Advocates for nuclear energy called on lawmakers to lift a long-standing moratorium on building new power plants in the state, during a hearing held at the state Capitol on Wednesday.
The bill from state Representative Kevin Petersen (R-Waupaca) would remove a requirement that blocks the state from approving construction of new nuclear reactors unless a federal site exists to store the waste and it can be shown it would benefit ratepayers. The requirements were put in place in 1983, but Petersen told the committee that nuclear power has changed a great deal since then, with cleaner technology allowing spent fuel to often be reused in other facilities and reducing concerns about long-term storage. “Advanced nuclear energy is a clean, safe and affordable way to meet clean energy demands in Wisconsin, the United States, and around the world,” he said.
Lawmakers heard from a long line of industry experts, students, and construction companies during a nearly three-hour long hearing, with many arguing nuclear energy could help the state meet federal emissions standards and create new jobs. Public Service Commission member Mike Huebsch, who backed a similar bill when he was in the state Legislature, argued “the time has come for Wisconsin to enter the discussion of 21st nuclear power.”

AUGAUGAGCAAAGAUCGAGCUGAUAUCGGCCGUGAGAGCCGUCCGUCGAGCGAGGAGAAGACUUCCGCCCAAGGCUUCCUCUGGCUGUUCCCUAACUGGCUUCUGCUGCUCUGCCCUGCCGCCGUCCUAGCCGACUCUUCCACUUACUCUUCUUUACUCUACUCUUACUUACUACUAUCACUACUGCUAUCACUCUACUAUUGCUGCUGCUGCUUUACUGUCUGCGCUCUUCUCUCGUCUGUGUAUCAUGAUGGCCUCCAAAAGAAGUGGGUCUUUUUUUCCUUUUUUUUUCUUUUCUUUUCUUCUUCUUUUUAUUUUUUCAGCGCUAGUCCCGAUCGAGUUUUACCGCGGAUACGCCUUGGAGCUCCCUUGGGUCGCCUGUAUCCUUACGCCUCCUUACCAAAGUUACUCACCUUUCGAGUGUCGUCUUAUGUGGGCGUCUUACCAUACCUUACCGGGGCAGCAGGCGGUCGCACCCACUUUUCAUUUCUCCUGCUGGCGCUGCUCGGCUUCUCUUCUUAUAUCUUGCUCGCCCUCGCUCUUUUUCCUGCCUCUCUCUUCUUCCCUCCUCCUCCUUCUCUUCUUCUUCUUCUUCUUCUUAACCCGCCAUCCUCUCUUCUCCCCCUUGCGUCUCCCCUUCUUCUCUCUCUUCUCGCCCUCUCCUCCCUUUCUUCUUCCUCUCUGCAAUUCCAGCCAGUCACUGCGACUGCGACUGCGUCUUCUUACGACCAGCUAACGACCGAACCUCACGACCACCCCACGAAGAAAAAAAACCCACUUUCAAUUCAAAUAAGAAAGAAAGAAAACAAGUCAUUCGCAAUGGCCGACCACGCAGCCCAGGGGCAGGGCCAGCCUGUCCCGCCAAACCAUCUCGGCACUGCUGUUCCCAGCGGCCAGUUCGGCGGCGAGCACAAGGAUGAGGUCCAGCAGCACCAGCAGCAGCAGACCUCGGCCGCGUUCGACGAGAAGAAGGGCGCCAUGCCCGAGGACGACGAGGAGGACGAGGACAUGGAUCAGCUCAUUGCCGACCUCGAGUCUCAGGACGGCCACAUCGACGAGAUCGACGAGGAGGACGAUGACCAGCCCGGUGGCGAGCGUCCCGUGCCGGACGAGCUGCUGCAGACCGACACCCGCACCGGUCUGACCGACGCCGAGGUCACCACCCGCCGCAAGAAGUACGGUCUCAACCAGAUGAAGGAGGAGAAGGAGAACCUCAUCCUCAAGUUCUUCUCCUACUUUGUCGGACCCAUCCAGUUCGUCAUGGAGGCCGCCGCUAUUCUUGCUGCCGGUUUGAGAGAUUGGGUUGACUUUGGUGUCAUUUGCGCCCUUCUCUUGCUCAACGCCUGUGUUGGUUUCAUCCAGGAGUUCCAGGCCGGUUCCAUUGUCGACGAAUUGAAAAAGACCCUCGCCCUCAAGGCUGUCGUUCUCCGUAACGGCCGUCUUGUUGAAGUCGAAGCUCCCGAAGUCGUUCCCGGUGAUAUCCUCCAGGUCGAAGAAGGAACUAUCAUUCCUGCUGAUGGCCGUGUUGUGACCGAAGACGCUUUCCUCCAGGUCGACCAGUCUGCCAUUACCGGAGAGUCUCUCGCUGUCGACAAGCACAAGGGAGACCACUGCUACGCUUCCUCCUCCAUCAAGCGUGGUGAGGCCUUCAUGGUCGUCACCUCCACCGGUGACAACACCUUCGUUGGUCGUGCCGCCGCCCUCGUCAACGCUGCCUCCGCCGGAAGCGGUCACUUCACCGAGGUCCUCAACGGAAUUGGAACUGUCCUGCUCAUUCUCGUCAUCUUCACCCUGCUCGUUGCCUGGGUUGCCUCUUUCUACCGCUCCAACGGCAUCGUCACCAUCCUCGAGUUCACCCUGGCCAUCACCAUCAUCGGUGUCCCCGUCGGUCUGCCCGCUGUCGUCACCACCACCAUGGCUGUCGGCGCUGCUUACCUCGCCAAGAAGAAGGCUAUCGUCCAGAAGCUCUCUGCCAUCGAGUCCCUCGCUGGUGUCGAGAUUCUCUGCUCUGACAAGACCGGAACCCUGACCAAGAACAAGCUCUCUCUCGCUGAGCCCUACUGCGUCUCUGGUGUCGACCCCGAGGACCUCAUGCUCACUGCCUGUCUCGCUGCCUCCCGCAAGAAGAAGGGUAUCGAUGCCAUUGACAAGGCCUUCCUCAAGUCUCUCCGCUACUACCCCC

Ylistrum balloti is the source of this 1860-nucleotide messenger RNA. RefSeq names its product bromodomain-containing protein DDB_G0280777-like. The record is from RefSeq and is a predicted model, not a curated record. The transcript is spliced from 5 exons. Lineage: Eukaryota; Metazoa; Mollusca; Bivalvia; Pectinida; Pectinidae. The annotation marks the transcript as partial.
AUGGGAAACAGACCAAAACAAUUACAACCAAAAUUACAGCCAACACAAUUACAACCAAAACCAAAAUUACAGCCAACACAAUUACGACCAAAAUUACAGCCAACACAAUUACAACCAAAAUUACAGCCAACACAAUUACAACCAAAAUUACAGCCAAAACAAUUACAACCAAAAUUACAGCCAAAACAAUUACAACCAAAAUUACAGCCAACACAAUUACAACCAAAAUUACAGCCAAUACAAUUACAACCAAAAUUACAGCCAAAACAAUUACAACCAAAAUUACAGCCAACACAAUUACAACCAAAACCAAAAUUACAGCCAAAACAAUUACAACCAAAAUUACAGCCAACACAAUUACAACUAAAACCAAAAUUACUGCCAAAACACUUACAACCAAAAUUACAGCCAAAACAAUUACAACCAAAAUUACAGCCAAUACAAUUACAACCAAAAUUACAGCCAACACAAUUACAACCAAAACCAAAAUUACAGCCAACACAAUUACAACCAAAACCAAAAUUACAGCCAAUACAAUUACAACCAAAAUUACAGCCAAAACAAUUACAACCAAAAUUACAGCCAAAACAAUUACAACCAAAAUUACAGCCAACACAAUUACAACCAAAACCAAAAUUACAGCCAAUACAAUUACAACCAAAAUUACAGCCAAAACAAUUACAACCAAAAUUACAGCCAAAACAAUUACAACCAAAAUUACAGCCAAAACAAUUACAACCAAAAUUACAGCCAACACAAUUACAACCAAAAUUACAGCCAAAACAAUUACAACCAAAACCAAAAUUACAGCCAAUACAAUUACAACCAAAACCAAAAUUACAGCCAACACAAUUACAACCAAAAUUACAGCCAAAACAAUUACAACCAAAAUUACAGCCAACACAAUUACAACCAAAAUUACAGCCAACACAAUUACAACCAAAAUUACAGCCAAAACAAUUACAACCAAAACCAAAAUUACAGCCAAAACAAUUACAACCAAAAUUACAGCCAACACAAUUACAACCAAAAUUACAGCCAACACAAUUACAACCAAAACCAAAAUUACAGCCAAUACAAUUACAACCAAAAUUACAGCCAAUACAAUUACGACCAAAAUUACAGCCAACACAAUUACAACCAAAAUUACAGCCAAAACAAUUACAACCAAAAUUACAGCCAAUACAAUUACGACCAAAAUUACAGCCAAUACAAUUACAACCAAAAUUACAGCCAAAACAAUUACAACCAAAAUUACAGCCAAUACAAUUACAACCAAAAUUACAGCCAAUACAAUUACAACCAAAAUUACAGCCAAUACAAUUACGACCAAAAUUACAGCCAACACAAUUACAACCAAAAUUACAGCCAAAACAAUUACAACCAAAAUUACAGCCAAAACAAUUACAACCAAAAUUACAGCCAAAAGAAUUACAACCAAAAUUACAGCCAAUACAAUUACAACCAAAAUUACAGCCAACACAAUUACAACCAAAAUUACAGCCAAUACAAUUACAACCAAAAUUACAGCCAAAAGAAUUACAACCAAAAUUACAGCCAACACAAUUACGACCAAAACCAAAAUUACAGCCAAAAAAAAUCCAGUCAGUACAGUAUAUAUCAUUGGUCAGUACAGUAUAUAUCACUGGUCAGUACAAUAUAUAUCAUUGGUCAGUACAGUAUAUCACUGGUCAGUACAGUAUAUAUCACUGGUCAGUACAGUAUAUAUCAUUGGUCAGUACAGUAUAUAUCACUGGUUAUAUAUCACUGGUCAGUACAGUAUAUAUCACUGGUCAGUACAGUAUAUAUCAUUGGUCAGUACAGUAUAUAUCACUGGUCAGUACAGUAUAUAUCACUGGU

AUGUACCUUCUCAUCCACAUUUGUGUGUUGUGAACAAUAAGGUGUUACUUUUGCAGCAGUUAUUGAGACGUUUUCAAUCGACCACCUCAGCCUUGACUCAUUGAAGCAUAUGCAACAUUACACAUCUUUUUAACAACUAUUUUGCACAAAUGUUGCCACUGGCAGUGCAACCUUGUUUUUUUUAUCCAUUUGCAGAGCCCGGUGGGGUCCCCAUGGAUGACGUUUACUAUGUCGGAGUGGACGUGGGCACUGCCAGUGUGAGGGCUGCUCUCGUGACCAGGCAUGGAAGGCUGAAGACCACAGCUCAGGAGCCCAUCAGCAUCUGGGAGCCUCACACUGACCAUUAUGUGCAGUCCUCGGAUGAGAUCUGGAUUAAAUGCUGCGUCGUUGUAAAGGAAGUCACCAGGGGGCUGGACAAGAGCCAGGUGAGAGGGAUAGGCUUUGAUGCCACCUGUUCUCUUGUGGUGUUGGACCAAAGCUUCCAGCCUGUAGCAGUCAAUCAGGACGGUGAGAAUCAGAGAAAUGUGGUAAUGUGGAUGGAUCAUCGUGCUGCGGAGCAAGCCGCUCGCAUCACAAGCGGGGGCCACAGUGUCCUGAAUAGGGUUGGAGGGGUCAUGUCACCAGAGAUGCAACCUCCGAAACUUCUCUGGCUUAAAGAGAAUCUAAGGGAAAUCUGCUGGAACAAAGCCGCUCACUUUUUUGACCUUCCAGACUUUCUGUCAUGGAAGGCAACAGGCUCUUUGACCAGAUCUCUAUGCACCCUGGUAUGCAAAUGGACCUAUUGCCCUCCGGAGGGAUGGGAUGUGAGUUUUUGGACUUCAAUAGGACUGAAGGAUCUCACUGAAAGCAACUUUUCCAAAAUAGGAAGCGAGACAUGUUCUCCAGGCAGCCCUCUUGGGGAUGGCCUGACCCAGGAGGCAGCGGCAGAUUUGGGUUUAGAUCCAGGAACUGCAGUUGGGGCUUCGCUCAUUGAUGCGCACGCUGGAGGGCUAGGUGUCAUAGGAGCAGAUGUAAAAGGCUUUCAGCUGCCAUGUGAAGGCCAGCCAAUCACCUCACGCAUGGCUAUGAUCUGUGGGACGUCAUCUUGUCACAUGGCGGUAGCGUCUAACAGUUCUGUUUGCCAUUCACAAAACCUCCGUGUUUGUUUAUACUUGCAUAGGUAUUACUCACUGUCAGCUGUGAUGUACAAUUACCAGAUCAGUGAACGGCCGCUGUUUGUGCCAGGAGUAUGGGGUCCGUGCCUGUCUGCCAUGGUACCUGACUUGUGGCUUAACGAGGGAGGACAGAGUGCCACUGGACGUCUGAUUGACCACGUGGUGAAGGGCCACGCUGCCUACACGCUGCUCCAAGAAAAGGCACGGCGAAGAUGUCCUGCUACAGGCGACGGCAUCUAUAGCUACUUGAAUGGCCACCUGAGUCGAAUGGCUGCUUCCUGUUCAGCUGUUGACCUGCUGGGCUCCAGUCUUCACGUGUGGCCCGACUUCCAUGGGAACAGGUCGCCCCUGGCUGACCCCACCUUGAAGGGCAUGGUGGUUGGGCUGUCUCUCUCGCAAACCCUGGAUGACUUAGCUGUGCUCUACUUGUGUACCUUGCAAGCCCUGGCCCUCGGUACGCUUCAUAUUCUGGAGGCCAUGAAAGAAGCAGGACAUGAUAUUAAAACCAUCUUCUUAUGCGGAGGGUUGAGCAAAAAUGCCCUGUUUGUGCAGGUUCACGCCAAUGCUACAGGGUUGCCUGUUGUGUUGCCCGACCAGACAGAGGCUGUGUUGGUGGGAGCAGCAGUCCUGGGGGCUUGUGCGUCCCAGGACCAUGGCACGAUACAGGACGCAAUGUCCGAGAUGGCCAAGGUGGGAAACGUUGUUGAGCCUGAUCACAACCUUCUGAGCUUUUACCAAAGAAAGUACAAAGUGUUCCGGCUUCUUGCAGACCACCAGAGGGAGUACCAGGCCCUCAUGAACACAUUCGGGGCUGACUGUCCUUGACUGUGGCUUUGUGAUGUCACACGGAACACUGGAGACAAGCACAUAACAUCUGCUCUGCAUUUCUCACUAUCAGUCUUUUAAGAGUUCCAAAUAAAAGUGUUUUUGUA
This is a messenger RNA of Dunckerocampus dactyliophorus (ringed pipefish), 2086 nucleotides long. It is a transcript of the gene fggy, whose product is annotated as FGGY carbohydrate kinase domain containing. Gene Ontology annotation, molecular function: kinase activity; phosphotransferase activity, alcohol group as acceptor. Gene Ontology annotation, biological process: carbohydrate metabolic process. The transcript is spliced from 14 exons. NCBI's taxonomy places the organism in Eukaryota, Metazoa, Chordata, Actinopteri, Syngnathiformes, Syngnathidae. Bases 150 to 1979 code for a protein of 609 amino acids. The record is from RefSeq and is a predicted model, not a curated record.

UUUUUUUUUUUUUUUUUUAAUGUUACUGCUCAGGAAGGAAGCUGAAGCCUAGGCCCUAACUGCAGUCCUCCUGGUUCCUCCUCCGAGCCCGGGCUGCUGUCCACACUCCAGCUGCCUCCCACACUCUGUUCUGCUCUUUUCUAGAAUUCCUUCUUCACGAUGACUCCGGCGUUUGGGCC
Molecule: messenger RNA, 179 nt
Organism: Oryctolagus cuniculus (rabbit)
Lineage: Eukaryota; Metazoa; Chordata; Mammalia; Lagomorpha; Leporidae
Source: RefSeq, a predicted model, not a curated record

While they did not testify during the hearing, Clean Wisconsin was among just a handful of those registering against the bill. The group’s Amber Meyer Smith said they feel the current nuclear moratorium is a common sense law that protects the environment and ratepayers, and argued the state should pursue cleaner and renewable technologies like wind and solar. She also countered claims that nuclear power is a zero emission and cheap technology, since uranium still has to be mined and the average cost per kilowatt hour is about 10 cents higher than wind or coal.
The state currently has two functioning nuclear reactors, located at the Point Beach facility in Two Rivers. Any proposed new power plant would still need state and federal approval.